LIVE: Dylan Perrillo Quintet @ Jazz on Jay, 07/21/2021
“Schenectady is a-a-a-a-ll right,” said Dylan Perrillo late in his quintet’s Jazz on Jay show Thursday. The sunny noontime concert was also very a-a-a-a-ll right.
Perrillo said this without irony; the bassist-bandleader wields a wry wit and was often pretty funny at the announcer mic. But he clearly meant this, and he and his guys worked hard to make it so. While he brought serious respect to vintage tunes, he also showed a playful zest for reinventing them and for composing often terse tunes with strong flavors of his own.
He first served up Duke Ellington’s “C-Jam Blues” (later retitled “Duke’s Place” as longtime A Place for Jazz chief Tim Coakley confided at our table). The thing swung plenty, and the immediacy of its energy eclipsed altogether any sense of an antique museum piece. Alto sax-man Adam Siegel and pianist Tyler Giroux – he later grabbed his more familiar valve trombone at times – carried the solos capably. But guitarist Brad Brose, newly arrived from Paris, pumped the song to starting effect both in a fast-strum solo and comping behind his band-mates.
Playing an electrified acoustic guitar that could have come from Django Reinhardt’s caravan, Brose phrased aggressive accompaniment in the muscular but supportive style of Freddie Green in the Basie band. The resonance of his pleasing, organic sound came from the wood, not from his amp.
His two-chord vamp flowed from a fanfare start into Perrillo’s original ballad “A Pleasant Day on the Krumkill,” then Siegel guided his alto all the way to the top in feisty jabs that somehow never burst this cozy tune’s serene spirit.
In bassist-composer Charles Mingus’s swinging “Peggy’s Blue Skylight,” Giroux grabbed his valve trombone, blended tight with Siegel’s sax in harmony statements through stop-and-go riffing, then got red-faced in a romp of a solo. Serene looking at the keyboard, Giroux went wild and wild-looking here. And, just as he’d responded to Brose’s guitar in “Krumkill,” Siegel reached convincingly for the high bar Giroux set here.
“Snowfall” – a favorite with both our own late, great Lee Shaw and rambunctious rock-jazz band NRBQ – got a beefier reading than customary for this Claude Thornhill classic. First it rocked, then it swung, with Giroux back at the keyboard and Siegel having fun.
Perrillo selected “Buckingham Pond” from his collected impressions of Albany green spaces, a short and sweet waltz, followed by another whose title I didn’t catch. Brose and Giroux shone on both. The leader announced his original ballad “Syracuse” depicted the one in Italy, a ballad so pretty I didn’t try to sort out if he was joking about the title.
Teamwork was again key in “Tricotism,” Brose strong in zippy chords behind Siegel’s inventive sax lead. Then Perrillo took a questing, imaginative solo himself, adopting the freedom Siegel had just shown. The solos, by everybody, flowed so fast and seamlessly that Perrillo joked afterward that everybody got half a chorus.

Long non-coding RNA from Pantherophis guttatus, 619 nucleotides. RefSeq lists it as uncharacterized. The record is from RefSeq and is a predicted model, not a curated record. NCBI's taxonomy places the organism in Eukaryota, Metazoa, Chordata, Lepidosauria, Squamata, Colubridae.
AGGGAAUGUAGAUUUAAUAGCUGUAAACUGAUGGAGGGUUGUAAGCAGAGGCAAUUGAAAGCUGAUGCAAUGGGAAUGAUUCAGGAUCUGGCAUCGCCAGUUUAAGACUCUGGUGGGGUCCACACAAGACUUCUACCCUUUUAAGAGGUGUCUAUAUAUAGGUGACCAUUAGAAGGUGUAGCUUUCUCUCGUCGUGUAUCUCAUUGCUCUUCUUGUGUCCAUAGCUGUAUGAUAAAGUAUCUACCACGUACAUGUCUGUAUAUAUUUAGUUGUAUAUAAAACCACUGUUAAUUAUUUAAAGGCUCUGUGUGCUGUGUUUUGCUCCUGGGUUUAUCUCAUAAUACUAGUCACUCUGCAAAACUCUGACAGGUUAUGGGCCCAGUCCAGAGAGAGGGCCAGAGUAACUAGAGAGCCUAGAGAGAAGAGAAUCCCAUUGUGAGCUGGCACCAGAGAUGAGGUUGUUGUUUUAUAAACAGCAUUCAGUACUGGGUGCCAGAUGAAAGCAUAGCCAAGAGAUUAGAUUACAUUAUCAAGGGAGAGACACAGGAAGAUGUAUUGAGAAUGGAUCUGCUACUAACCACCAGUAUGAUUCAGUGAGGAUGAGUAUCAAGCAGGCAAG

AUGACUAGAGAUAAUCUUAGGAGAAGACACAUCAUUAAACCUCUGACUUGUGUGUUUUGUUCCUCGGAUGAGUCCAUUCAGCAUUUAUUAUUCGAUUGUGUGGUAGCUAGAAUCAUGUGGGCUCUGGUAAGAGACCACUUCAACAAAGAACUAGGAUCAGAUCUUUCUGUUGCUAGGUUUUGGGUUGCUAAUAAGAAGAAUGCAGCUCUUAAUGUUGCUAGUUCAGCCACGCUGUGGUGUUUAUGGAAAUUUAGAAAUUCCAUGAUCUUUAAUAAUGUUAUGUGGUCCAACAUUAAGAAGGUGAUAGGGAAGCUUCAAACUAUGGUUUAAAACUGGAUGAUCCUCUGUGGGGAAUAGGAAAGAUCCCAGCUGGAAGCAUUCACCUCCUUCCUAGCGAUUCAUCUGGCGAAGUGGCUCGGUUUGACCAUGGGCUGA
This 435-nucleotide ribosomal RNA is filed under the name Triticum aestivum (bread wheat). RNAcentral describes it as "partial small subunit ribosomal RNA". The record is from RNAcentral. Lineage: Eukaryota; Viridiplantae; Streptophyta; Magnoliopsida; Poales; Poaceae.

If Perrillo’s “Buckingham Pond” affectionately portrayed an Albany park in pastoral terms, his indignant “Homewrecker” dove deep into a way darker mood. Brose’s guitar emulated a mandolin to suggest the Italian character of “the Gut,” the working class neighborhood leveled to build the Empire State Plaza. They slowly, sadly mourned that destruction, then Siegel’s sax sang out hard anger.
Back to the trombone for Giroux in “Caravan,” intro’ed first by a raucous drums clatter by the ever-steady and explosive-whenever-he-wanted Nick Anderson. Then Brose and Perrillo joined the fun before the horns climbed on this familiar theme. They did what everybody does with this classic: ride the riff together, then gallop off in all directions across the desert sands for solo jaunts. Everybody said their piece with panache, Giroux going all raspy.
While Siegel swung “Out of Nowhere” to graceful effect, Brose soloed every bit as well, completely unaccompanied while everybody else laid out; then he and Perrillo traded short riffs, really swinging it.
The only time Perrillo bowed his bass was in “Baseball with Drum Solo,” a slow, sparse melody with an inviting open feel; and at the end, he and Anderson (playing just toms) swapped riffs.
Perrillo then slapped the bass to pump the energy of “I Got Rhythm” and they surely did. Siegel soloed first, next came a terse Perrillo bass break, Giroux roamed the keyboard with hot hands, then Brose’s crackling foray mixed chords and single-note runs. Back to Siegel, hotter in his second solo than his first and then, most rhythmic of all, Anderson soloed on just his snare.
More than most jazz players of his generation, Perrillo looks back with both evident affection and a spry willingness to mess with things. In his originals, always interesting and well-thought-out, he could actually stretch a bit more, so that moods also incorporate more movement. But in honoring those who came before, he steered a clear and confident course, of taste and tunefulness.
Jazz on Jay continues July 29 with keyboardist Jon LeRoy’s Trio.
The Dylan Perrillo Quintet plays WAMC’s The Linda on Sept. 3.